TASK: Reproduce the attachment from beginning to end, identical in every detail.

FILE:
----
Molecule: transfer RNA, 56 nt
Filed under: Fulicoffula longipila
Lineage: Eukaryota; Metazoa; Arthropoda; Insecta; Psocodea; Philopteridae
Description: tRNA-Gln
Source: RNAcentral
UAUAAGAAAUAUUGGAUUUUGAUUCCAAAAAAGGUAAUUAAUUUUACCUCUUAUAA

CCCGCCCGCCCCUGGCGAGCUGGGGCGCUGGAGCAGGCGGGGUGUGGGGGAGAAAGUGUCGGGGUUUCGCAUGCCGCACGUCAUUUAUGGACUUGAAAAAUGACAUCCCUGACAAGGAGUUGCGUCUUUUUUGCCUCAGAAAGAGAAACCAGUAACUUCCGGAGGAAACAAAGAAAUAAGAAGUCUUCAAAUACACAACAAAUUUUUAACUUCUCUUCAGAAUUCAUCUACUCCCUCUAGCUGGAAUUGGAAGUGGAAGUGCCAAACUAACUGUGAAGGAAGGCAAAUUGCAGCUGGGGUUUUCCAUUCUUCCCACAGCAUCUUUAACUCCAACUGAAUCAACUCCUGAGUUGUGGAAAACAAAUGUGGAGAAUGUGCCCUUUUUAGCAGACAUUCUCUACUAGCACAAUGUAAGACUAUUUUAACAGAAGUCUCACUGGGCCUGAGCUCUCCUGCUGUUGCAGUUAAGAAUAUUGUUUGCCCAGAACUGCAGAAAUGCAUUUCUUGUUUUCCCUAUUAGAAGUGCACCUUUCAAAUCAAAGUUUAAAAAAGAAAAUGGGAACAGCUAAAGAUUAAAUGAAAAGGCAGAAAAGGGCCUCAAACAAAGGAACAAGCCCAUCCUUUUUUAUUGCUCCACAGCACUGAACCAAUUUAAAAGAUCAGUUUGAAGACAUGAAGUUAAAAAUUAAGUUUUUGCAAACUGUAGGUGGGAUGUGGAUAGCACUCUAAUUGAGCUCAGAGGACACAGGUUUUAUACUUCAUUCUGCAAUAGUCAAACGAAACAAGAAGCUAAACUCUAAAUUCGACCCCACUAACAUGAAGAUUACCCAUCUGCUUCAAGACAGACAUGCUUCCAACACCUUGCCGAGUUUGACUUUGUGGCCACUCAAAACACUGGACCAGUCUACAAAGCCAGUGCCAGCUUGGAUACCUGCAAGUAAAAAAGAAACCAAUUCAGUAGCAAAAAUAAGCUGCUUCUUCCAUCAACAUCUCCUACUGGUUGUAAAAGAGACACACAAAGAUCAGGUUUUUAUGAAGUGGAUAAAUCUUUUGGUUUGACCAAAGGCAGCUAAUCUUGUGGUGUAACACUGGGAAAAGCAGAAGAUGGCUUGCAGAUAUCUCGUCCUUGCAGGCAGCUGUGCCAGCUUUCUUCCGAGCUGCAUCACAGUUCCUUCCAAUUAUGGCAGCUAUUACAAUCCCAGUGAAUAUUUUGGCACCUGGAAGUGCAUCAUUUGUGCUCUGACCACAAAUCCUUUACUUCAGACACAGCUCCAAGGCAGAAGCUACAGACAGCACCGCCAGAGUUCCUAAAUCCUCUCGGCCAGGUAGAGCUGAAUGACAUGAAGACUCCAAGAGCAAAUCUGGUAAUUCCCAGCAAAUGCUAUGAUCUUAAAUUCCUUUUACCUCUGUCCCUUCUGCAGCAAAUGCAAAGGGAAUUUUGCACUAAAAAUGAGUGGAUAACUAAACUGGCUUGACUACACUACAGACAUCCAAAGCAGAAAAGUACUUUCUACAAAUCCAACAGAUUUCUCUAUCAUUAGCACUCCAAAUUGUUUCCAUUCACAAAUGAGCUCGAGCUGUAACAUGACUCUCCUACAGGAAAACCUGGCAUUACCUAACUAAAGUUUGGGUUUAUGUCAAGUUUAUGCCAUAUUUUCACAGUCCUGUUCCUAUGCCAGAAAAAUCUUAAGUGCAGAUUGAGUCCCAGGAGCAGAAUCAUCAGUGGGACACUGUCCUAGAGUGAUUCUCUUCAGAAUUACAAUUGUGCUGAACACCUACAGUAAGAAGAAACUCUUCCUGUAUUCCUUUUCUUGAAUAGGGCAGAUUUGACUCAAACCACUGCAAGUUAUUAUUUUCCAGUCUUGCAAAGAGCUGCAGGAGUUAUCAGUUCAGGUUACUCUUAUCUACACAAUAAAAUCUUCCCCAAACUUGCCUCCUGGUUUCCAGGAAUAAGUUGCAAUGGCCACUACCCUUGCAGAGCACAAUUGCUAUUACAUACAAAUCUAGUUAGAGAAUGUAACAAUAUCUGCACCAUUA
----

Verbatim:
Molecule: transfer RNA, 56 nt
Filed under: Fulicoffula longipila
Lineage: Eukaryota; Metazoa; Arthropoda; Insecta; Psocodea; Philopteridae
Description: tRNA-Gln
Source: RNAcentral
UAUAAGAAAUAUUGGAUUUUGAUUCCAAAAAAGGUAAUUAAUUUUACCUCUUAUAA

CCCGCCCGCCCCUGGCGAGCUGGGGCGCUGGAGCAGGCGGGGUGUGGGGGAGAAAGUGUCGGGGUUUCGCAUGCCGCACGUCAUUUAUGGACUUGAAAAAUGACAUCCCUGACAAGGAGUUGCGUCUUUUUUGCCUCAGAAAGAGAAACCAGUAACUUCCGGAGGAAACAAAGAAAUAAGAAGUCUUCAAAUACACAACAAAUUUUUAACUUCUCUUCAGAAUUCAUCUACUCCCUCUAGCUGGAAUUGGAAGUGGAAGUGCCAAACUAACUGUGAAGGAAGGCAAAUUGCAGCUGGGGUUUUCCAUUCUUCCCACAGCAUCUUUAACUCCAACUGAAUCAACUCCUGAGUUGUGGAAAACAAAUGUGGAGAAUGUGCCCUUUUUAGCAGACAUUCUCUACUAGCACAAUGUAAGACUAUUUUAACAGAAGUCUCACUGGGCCUGAGCUCUCCUGCUGUUGCAGUUAAGAAUAUUGUUUGCCCAGAACUGCAGAAAUGCAUUUCUUGUUUUCCCUAUUAGAAGUGCACCUUUCAAAUCAAAGUUUAAAAAAGAAAAUGGGAACAGCUAAAGAUUAAAUGAAAAGGCAGAAAAGGGCCUCAAACAAAGGAACAAGCCCAUCCUUUUUUAUUGCUCCACAGCACUGAACCAAUUUAAAAGAUCAGUUUGAAGACAUGAAGUUAAAAAUUAAGUUUUUGCAAACUGUAGGUGGGAUGUGGAUAGCACUCUAAUUGAGCUCAGAGGACACAGGUUUUAUACUUCAUUCUGCAAUAGUCAAACGAAACAAGAAGCUAAACUCUAAAUUCGACCCCACUAACAUGAAGAUUACCCAUCUGCUUCAAGACAGACAUGCUUCCAACACCUUGCCGAGUUUGACUUUGUGGCCACUCAAAACACUGGACCAGUCUACAAAGCCAGUGCCAGCUUGGAUACCUGCAAGUAAAAAAGAAACCAAUUCAGUAGCAAAAAUAAGCUGCUUCUUCCAUCAACAUCUCCUACUGGUUGUAAAAGAGACACACAAAGAUCAGGUUUUUAUGAAGUGGAUAAAUCUUUUGGUUUGACCAAAGGCAGCUAAUCUUGUGGUGUAACACUGGGAAAAGCAGAAGAUGGCUUGCAGAUAUCUCGUCCUUGCAGGCAGCUGUGCCAGCUUUCUUCCGAGCUGCAUCACAGUUCCUUCCAAUUAUGGCAGCUAUUACAAUCCCAGUGAAUAUUUUGGCACCUGGAAGUGCAUCAUUUGUGCUCUGACCACAAAUCCUUUACUUCAGACACAGCUCCAAGGCAGAAGCUACAGACAGCACCGCCAGAGUUCCUAAAUCCUCUCGGCCAGGUAGAGCUGAAUGACAUGAAGACUCCAAGAGCAAAUCUGGUAAUUCCCAGCAAAUGCUAUGAUCUUAAAUUCCUUUUACCUCUGUCCCUUCUGCAGCAAAUGCAAAGGGAAUUUUGCACUAAAAAUGAGUGGAUAACUAAACUGGCUUGACUACACUACAGACAUCCAAAGCAGAAAAGUACUUUCUACAAAUCCAACAGAUUUCUCUAUCAUUAGCACUCCAAAUUGUUUCCAUUCACAAAUGAGCUCGAGCUGUAACAUGACUCUCCUACAGGAAAACCUGGCAUUACCUAACUAAAGUUUGGGUUUAUGUCAAGUUUAUGCCAUAUUUUCACAGUCCUGUUCCUAUGCCAGAAAAAUCUUAAGUGCAGAUUGAGUCCCAGGAGCAGAAUCAUCAGUGGGACACUGUCCUAGAGUGAUUCUCUUCAGAAUUACAAUUGUGCUGAACACCUACAGUAAGAAGAAACUCUUCCUGUAUUCCUUUUCUUGAAUAGGGCAGAUUUGACUCAAACCACUGCAAGUUAUUAUUUUCCAGUCUUGCAAAGAGCUGCAGGAGUUAUCAGUUCAGGUUACUCUUAUCUACACAAUAAAAUCUUCCCCAAACUUGCCUCCUGGUUUCCAGGAAUAAGUUGCAAUGGCCACUACCCUUGCAGAGCACAAUUGCUAUUACAUACAAAUCUAGUUAGAGAAUGUAACAAUAUCUGCACCAUUA